CONCORD, N.C. — Nothing scares a cleaner more than the word BLEACH. Nothing is more comforting to a good cleaner or spotter. Let’s see if we can take the fear out of using this chemical tool to your advantage.
Bleaches should be a last resort, but the proper bleach, applied properly, can be the difference in successful stain removal and another sorry tag. Contrary to popular belief, bleaches do not remove the stain, they only camouflage the stain by adding or taking away oxygen.
There are two kinds of bleaches commonly used in our industry. One type of bleach is referred to as oxidizing bleach because it adds oxygen to the stain. The common four bleaches in this category are: hydrogen peroxide, sodium perborate, sodium percarbonate, and sodium hypochlorite.
I have used sodium perborate at my spotting board my entire career. It is effective on the last traces of wine, mustard and blood, some of which came in with a sorry tag from a competitor. Keep a salt shaker of very fine gradual sodium perborate within arms reach at your spotting board. Flush the last traces of the stain with steam to wet and heat the area.
Shake the sodium perborate over the stain, then apply a drop or two of protein formula to keep the bleach in place. Press the steam pedal lightly so that only a “wisp” of steam is rolling off the nose of the spotting gun.
Over the solid portion of the spotting board I use this steam to melt the sodium perborate, so that it sinks into and through the stain. When the stain is no longer noticeable, I pull the stain over the vacuum nose of the board and flush the remaining bleach away.
Apply a few drops of acetic acid to neutralize the bleach completely, then flush the area and dry it completely. When using sodium perborate in a bath use a non-metallic container that will allow free movement of garments. The water in the bath should be at least 105 F and as hot as 125 F. If you can keep your hand immersed in the water, you should be okay.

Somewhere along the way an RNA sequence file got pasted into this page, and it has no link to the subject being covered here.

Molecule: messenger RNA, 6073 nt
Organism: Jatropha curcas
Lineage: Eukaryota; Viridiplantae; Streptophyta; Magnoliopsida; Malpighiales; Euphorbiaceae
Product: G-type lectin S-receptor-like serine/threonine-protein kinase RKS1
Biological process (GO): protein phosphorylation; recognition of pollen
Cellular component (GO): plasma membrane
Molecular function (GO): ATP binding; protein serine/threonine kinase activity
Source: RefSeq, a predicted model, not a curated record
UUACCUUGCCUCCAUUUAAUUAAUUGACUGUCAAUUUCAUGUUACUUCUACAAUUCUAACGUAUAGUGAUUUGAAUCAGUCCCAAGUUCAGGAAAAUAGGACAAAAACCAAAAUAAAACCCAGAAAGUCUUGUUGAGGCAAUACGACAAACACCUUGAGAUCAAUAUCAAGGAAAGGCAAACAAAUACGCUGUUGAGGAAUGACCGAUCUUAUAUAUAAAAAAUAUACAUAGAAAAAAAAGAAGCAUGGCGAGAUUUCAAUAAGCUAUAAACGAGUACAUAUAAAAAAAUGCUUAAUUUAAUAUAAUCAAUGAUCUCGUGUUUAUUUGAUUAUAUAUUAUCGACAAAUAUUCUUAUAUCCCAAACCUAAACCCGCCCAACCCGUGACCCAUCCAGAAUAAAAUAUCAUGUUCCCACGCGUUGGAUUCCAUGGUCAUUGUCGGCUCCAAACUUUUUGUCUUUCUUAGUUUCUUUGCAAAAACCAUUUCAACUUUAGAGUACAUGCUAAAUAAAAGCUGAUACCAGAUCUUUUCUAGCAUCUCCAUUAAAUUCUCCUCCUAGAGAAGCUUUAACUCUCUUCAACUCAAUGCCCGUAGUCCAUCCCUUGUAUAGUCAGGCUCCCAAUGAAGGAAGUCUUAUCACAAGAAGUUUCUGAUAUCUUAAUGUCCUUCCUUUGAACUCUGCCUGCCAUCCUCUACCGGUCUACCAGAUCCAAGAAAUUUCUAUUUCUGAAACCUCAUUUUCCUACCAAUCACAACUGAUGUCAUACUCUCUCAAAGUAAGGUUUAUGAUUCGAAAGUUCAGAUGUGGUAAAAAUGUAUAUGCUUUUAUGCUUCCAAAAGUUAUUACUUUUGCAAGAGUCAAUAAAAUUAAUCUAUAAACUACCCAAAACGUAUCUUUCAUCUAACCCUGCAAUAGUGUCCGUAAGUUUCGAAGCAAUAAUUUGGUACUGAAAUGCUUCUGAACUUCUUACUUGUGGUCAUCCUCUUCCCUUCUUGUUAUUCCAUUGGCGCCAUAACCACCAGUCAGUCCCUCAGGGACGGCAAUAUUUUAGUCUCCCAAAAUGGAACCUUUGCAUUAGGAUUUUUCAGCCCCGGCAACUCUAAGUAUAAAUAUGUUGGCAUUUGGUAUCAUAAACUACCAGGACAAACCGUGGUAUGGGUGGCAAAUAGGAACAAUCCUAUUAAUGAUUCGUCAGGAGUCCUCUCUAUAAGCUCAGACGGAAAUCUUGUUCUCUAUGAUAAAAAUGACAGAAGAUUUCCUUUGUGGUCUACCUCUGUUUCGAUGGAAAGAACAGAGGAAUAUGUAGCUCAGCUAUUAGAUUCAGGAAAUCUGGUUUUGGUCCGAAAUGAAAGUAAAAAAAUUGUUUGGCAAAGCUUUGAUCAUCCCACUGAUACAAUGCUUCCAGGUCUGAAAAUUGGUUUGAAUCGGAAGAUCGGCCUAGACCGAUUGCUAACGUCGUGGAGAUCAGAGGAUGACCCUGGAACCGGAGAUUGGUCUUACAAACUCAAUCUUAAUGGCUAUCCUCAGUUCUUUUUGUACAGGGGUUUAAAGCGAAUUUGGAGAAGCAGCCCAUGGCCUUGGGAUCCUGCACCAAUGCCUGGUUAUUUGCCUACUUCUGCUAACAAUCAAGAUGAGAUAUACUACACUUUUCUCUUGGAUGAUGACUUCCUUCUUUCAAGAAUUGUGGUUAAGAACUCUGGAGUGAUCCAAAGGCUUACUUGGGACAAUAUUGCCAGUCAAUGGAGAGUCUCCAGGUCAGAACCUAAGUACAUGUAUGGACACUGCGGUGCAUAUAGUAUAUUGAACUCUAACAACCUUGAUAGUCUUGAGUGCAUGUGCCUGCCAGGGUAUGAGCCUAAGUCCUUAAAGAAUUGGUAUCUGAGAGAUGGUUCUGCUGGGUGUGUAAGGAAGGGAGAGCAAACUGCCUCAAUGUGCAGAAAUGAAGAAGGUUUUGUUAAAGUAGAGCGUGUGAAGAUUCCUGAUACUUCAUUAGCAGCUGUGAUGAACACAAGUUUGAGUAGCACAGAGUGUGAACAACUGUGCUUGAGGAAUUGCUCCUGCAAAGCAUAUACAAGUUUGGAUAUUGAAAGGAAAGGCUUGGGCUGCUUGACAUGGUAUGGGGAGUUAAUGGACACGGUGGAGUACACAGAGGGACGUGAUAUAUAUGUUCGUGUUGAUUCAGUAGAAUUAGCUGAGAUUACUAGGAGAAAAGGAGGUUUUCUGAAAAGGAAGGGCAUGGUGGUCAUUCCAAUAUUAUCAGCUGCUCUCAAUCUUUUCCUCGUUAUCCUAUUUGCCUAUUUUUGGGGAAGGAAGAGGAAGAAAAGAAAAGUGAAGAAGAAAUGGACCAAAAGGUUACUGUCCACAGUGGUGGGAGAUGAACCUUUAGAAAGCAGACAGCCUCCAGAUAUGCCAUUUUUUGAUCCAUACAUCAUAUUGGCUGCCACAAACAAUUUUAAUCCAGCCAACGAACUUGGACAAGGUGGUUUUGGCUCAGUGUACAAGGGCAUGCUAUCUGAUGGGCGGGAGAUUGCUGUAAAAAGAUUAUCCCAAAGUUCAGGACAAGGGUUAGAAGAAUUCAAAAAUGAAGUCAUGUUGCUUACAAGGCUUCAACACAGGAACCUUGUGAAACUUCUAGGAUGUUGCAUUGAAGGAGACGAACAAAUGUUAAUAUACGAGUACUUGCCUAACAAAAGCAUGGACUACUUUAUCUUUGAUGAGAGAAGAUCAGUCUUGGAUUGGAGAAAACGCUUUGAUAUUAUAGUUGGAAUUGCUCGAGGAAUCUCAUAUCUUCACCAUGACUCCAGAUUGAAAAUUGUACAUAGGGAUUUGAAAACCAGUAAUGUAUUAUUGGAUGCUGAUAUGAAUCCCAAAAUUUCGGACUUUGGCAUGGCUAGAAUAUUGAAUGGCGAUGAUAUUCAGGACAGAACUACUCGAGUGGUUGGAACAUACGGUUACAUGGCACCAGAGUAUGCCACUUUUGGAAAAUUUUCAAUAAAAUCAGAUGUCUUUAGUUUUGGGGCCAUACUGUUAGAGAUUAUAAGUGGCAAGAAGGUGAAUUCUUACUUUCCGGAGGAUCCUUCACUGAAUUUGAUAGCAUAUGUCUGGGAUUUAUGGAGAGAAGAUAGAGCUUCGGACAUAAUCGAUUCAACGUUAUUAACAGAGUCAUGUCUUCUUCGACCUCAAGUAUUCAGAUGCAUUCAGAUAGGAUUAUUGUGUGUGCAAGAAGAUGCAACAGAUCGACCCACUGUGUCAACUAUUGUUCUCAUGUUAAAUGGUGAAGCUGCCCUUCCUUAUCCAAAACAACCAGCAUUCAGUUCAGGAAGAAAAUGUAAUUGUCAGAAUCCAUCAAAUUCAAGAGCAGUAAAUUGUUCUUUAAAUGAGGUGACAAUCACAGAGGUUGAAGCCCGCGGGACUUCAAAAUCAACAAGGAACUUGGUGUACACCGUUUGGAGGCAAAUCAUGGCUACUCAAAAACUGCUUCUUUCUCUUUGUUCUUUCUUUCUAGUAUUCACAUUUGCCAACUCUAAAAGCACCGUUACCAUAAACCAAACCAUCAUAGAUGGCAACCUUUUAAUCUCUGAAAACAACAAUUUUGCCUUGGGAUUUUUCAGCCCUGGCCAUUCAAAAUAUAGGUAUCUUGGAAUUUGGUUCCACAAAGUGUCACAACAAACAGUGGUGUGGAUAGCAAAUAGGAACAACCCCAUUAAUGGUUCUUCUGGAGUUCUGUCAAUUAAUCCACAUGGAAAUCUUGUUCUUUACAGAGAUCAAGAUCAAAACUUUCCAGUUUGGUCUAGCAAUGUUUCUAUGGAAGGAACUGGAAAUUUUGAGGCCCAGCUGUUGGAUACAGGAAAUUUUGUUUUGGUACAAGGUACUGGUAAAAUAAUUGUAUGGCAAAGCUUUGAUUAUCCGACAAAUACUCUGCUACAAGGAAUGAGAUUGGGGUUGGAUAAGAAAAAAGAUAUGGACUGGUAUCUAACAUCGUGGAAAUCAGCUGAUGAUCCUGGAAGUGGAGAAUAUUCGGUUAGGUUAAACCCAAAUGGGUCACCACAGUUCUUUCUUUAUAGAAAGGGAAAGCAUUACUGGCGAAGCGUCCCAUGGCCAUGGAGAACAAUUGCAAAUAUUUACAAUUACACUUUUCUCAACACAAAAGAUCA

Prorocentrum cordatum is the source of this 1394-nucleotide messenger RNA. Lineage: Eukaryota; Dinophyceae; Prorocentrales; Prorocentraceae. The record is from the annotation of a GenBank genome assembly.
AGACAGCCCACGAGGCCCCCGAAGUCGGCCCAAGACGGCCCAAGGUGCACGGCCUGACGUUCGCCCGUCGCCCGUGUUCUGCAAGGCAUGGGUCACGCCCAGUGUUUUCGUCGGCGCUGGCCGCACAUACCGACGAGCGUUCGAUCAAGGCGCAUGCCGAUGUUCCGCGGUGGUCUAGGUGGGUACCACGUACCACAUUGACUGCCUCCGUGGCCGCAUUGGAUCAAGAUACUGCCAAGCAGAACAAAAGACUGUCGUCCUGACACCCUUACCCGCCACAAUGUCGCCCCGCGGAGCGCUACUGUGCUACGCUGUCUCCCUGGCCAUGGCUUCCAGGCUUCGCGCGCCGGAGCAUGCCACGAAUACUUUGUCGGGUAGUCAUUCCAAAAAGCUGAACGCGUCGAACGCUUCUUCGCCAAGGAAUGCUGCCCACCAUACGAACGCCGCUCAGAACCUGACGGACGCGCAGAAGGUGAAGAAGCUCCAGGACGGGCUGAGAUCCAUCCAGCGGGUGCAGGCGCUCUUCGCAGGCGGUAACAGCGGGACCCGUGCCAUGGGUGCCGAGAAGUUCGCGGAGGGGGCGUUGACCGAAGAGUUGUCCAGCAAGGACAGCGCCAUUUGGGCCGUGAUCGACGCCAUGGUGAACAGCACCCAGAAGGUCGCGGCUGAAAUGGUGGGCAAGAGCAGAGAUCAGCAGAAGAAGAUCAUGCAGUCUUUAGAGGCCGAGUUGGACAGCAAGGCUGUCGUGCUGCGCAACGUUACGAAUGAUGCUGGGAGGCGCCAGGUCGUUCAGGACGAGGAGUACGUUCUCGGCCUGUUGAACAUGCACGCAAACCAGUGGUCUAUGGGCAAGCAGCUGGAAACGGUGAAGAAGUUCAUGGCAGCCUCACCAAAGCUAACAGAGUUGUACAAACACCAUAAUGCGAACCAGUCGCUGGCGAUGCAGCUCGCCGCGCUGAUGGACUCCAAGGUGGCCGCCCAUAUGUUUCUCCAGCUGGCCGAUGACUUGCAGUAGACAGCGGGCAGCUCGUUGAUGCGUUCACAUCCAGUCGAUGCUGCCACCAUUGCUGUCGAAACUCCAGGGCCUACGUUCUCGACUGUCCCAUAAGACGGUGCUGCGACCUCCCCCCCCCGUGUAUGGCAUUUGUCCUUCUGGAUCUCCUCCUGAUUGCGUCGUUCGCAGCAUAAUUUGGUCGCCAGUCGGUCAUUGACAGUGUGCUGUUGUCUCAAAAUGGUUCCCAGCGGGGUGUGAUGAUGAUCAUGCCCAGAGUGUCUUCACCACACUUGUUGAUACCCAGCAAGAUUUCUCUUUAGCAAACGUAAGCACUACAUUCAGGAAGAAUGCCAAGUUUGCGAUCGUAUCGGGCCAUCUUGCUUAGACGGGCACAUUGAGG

If the water is too hot to allow you to work with the garment while it is submerged, add cool water to bring down the temperature. In most cases it will be okay to leave a garment submerged in the sodium perborate bath until you can get back, up to 24 hours. As the water temperature continues to drop, the bleach slows down and stops.
Sodium percarbonate can be used much like sodium perborate, but it has the potential to be much more aggressive. Sodium percarbonate becomes an active bleach at a lower temperature and continues to strengthen as temperature rises.
When using sodium percarbonate in a bath, be stingy with the amount of bleach and dissolve the powder in water below body temperature before warming the entire solution. Sodium percarbonate is more difficult to control than sodium perborate, and I reserve it for times when I want to try harder and the perborate doesn’t quite get the job done.
Sodium hypochlorite (chlorine bleach) has a place in the cleaning department, but it is a small place. There are far too many options listed above to grab the chlorine bleach, unless you have a specific reason. I restrict my use of chlorine to white cellulose fibers (cotton, linen, ramie) and even think twice about using it on blends of synthetic.
Chlorine can react with synthetic fabric and leave a discolored area in the garment. Using either diluted sodium bisulfite or diluted sodium hydrosulfite can usually neutralize the chlorine. This information can be used by you to occasionally restore a customer’s well-intentioned mistake and can be used to restore a multi-layered area on a cellulose garment that has become discolored by multiple washings in a chlorine solution.
As an example, the collar, cuffs and front placket of a white shirt (internal bonded interfacing) can retain chlorine that builds up over time. (“It wasn’t like that when I brought it in.”)
Either of these two reducing bleaches will go a long way to reversing the discoloration. Reducing bleaches require an article for themselves so come back next time for More About Bleach!
Meanwhile, take these following professional garment care tips with you today: Extreme and personal customer service; intense inspection coming in and at assembly; and superior supplemental stain removal.
Make it happen.
To read Part 1, go HERE.
Have a question or comment? E-mail our editor Dave Davis at [email protected].